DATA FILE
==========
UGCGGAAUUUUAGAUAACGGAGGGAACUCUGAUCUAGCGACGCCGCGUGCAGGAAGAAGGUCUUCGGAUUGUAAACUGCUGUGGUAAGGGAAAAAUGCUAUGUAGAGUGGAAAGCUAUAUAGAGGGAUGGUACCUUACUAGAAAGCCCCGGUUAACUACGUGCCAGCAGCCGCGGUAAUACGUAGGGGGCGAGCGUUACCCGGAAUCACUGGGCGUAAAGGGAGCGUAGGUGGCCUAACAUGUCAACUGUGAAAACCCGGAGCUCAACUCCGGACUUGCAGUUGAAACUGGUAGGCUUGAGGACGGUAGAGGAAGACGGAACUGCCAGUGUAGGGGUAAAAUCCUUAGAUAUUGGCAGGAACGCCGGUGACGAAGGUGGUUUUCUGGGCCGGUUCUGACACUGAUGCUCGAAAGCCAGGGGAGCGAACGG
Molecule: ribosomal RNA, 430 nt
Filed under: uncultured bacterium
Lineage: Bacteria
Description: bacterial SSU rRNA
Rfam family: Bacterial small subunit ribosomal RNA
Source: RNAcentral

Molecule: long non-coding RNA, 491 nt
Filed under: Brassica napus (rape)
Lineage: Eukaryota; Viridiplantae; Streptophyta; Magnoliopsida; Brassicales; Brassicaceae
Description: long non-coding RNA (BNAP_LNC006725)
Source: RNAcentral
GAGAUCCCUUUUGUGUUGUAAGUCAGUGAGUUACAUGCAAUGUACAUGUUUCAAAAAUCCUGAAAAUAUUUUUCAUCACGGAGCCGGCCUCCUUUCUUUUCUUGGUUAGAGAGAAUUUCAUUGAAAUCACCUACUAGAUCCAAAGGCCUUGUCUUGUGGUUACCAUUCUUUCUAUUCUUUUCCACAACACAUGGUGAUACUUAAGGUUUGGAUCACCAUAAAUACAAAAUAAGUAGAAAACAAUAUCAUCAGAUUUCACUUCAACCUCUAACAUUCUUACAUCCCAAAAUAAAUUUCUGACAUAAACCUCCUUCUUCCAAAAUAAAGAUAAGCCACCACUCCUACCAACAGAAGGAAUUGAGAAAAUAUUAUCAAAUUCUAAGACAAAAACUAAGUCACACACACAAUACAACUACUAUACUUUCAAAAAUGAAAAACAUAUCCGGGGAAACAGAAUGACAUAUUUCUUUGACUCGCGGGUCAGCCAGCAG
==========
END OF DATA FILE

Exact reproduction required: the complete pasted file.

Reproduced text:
UGCGGAAUUUUAGAUAACGGAGGGAACUCUGAUCUAGCGACGCCGCGUGCAGGAAGAAGGUCUUCGGAUUGUAAACUGCUGUGGUAAGGGAAAAAUGCUAUGUAGAGUGGAAAGCUAUAUAGAGGGAUGGUACCUUACUAGAAAGCCCCGGUUAACUACGUGCCAGCAGCCGCGGUAAUACGUAGGGGGCGAGCGUUACCCGGAAUCACUGGGCGUAAAGGGAGCGUAGGUGGCCUAACAUGUCAACUGUGAAAACCCGGAGCUCAACUCCGGACUUGCAGUUGAAACUGGUAGGCUUGAGGACGGUAGAGGAAGACGGAACUGCCAGUGUAGGGGUAAAAUCCUUAGAUAUUGGCAGGAACGCCGGUGACGAAGGUGGUUUUCUGGGCCGGUUCUGACACUGAUGCUCGAAAGCCAGGGGAGCGAACGG
Molecule: ribosomal RNA, 430 nt
Filed under: uncultured bacterium
Lineage: Bacteria
Description: bacterial SSU rRNA
Rfam family: Bacterial small subunit ribosomal RNA
Source: RNAcentral

Molecule: long non-coding RNA, 491 nt
Filed under: Brassica napus (rape)
Lineage: Eukaryota; Viridiplantae; Streptophyta; Magnoliopsida; Brassicales; Brassicaceae
Description: long non-coding RNA (BNAP_LNC006725)
Source: RNAcentral
GAGAUCCCUUUUGUGUUGUAAGUCAGUGAGUUACAUGCAAUGUACAUGUUUCAAAAAUCCUGAAAAUAUUUUUCAUCACGGAGCCGGCCUCCUUUCUUUUCUUGGUUAGAGAGAAUUUCAUUGAAAUCACCUACUAGAUCCAAAGGCCUUGUCUUGUGGUUACCAUUCUUUCUAUUCUUUUCCACAACACAUGGUGAUACUUAAGGUUUGGAUCACCAUAAAUACAAAAUAAGUAGAAAACAAUAUCAUCAGAUUUCACUUCAACCUCUAACAUUCUUACAUCCCAAAAUAAAUUUCUGACAUAAACCUCCUUCUUCCAAAAUAAAGAUAAGCCACCACUCCUACCAACAGAAGGAAUUGAGAAAAUAUUAUCAAAUUCUAAGACAAAAACUAAGUCACACACACAAUACAACUACUAUACUUUCAAAAAUGAAAAACAUAUCCGGGGAAACAGAAUGACAUAUUUCUUUGACUCGCGGGUCAGCCAGCAG